The overlays that highlight 17th century London features are approximate and derived from:

1893 text

Sion House, granted by Edward VI. to his uncle, the Duke of Somerset. After his execution, 1552, it was forfeited, and given to John Dudley, Duke of Northumberland. The duke being beheaded in 1553, it reverted to the Crown, and was granted in 1604 to Henry Percy, Earl of Northumberland. It still belongs to the Duke of Northumberland.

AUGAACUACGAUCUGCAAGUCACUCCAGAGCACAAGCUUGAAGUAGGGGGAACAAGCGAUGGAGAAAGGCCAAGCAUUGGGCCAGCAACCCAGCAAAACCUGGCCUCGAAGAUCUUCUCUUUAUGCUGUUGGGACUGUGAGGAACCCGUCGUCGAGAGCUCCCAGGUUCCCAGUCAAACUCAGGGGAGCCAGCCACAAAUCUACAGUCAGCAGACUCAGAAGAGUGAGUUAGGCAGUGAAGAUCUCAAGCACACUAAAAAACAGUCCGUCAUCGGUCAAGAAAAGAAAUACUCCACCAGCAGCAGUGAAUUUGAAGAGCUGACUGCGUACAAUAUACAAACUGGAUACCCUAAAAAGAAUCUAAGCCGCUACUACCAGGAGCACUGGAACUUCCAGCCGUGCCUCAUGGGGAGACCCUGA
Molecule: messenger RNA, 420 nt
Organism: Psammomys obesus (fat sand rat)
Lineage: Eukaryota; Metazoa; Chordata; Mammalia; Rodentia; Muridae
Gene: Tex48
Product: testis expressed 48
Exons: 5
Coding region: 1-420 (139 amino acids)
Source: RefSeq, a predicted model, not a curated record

This text comes from a footnote on a diary entry in the 1893 edition edited by Henry B. Wheatley.

4 Annotations

Terry Foreman  •  Link

The pre-history of the physical foundations of "Sion House reaches back to the Syon Monastery of the Order of St Augustine [which] was founded by Henry V in 1414 and built on ground in his manor of Isleworth Syon, on the boundary of the parish of Twickenham. It was one of three which Henry's father, Henry IV had undertaken to build in expiation for his connivance with the murder of Richard II and Archbishop Scrope." Read more:

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Chart showing the number of references in each month of the diary’s entries.